Tuesday, September 22, 2009

Transnational Qualification Framework (TQF)

A Transnational Qualification Framework (TQF) is a developing system of framework for educational qualifications that would be recognized internationally.

A Qualification Framework is primarily an official document that clearly defines each and every qualification brought under it. It may also provide a hierarchy of qualifications. In system view it is a meta-data model that is an all encompassing framework to integrate the qualifications issued by different academic bodies into a common structure. It consists of a set of common reference points, referring to learning outcomes, supported by a range of tools and techniques, regardless of the system where a particular qualification was acquired.

In the present world socio-economic situations a Transnational Qualification Framework is very much required because of the following.

Frameworks can provide towards a system that is based on learning outcomes and the implied shift from a teaching based system to a learning based system.
It can ensure labour market acceptance of qualifications across the world.
A brief history of TQF movement

In 1997 the Council of Europe developed, together with UNESCO, the Convention on the Recognition of Qualifications concerning Higher Education in the European Region, called Lisbon Recognition Convention (as it was adopted in Lisbon in 1997). The Convention is the key legal instrument for recognition of qualifications across Europe.

A study was commissioned by the Confederation of European Union Rectors’ Conferences on TRANSNATIONAL EDUCATION PROJECT with the support of the European Commission (DG Education and Culture)and the report published in March 2001. European Union has identified that one of the major issues faced by people who wanting to work or learn in another EU country, or indeed to move between different parts of the labour market, is that their qualifications and competences may not be accepted. This is further complicated by the proliferation of qualifications world-wide, the diversity of national qualification systems and education and training structures, and constant changes in these systems. To address these issues EU Commission has formally published a Staff Working Document on European Qualifications Framework (EQF) on 8 July 2005.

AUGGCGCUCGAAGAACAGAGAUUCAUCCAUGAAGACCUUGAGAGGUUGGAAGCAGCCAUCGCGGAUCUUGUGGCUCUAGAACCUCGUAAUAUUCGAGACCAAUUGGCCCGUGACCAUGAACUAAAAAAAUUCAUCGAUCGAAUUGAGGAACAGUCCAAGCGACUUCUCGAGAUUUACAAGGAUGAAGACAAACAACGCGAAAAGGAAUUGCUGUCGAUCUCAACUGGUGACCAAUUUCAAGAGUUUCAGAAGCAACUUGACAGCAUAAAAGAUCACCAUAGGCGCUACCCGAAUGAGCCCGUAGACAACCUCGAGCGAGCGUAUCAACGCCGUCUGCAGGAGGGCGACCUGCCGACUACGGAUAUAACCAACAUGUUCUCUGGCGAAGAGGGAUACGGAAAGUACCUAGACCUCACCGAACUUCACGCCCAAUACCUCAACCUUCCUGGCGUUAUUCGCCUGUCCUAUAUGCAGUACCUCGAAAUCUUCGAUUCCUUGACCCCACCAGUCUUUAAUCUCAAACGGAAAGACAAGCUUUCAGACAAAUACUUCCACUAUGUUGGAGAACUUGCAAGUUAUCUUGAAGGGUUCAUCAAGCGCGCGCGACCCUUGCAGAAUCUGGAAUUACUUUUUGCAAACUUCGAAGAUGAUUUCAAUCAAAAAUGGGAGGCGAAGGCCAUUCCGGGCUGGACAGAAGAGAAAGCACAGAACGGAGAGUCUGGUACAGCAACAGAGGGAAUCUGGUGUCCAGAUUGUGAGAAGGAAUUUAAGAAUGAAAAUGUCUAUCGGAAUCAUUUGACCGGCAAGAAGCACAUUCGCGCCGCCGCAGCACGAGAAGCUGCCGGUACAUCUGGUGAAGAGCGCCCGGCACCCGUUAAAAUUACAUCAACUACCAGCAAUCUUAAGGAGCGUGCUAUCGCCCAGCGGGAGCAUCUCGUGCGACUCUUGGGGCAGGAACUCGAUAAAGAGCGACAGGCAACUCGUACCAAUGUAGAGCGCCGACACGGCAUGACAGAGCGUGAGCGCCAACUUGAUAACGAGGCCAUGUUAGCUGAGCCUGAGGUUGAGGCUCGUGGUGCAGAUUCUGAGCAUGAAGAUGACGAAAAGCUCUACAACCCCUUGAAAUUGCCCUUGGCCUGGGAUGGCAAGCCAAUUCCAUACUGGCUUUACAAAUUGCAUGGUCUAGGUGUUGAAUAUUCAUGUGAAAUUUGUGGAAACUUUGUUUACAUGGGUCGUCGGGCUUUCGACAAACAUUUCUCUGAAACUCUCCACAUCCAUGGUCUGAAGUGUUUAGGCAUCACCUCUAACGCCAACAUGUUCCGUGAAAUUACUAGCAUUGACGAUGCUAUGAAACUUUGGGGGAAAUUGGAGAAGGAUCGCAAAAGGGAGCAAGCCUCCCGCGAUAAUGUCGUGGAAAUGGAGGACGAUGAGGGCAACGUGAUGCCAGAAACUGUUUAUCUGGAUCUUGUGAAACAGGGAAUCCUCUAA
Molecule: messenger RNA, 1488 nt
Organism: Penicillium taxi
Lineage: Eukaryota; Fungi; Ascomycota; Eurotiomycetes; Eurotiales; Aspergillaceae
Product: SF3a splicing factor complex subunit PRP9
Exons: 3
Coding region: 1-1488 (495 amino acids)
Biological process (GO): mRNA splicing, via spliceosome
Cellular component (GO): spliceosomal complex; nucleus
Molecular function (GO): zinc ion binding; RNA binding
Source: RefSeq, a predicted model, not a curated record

The Commonwealth Education Ministers conceived the idea of the Virtual University for Small States of the Commonwealth (VUSSC) at their meeting in Halifax, Canada, in 2000. The Commonwealth of Learning (COL) extended a formal invitation to the Education Ministers of the small states to participate in this initiative aimed at expanding access to education enabled by appropriate ICTs. A Concept Document on Transnational Qualifications Framework for VUSSC was published in May, 2008. The [VUSSC], facilitated by Commonwealth of Learning, is being implemented to establish a Transnational Qualification Framework among the Samll States in the British Commonwealth.

An Expert Meeting on the Impact of Globalisation on Quality Assurance, Accreditation and the Recognition of Qualifications was organised at UNESCO Headquarters in Paris on 10-11 September 2001 by the Division of Higher Education in cooperation with UNESCO Offices in Bangkok (PROAP), Beirut (UNEDBAS), Bucharest (CEPES), Caracas (IESALC) and Dakar (BREDA). The objectives of the meeting were to explore the international dimensions of quality assurance, accreditation and the recognition of qualifications in a world in which globalisation is increasingly impacting on higher education. A general consensus was reached by the participants that a global forum on the international dimensions of quality assurance, accreditation and the recognition of qualifications was necessary establish a Task Force to develop the Action Plan.

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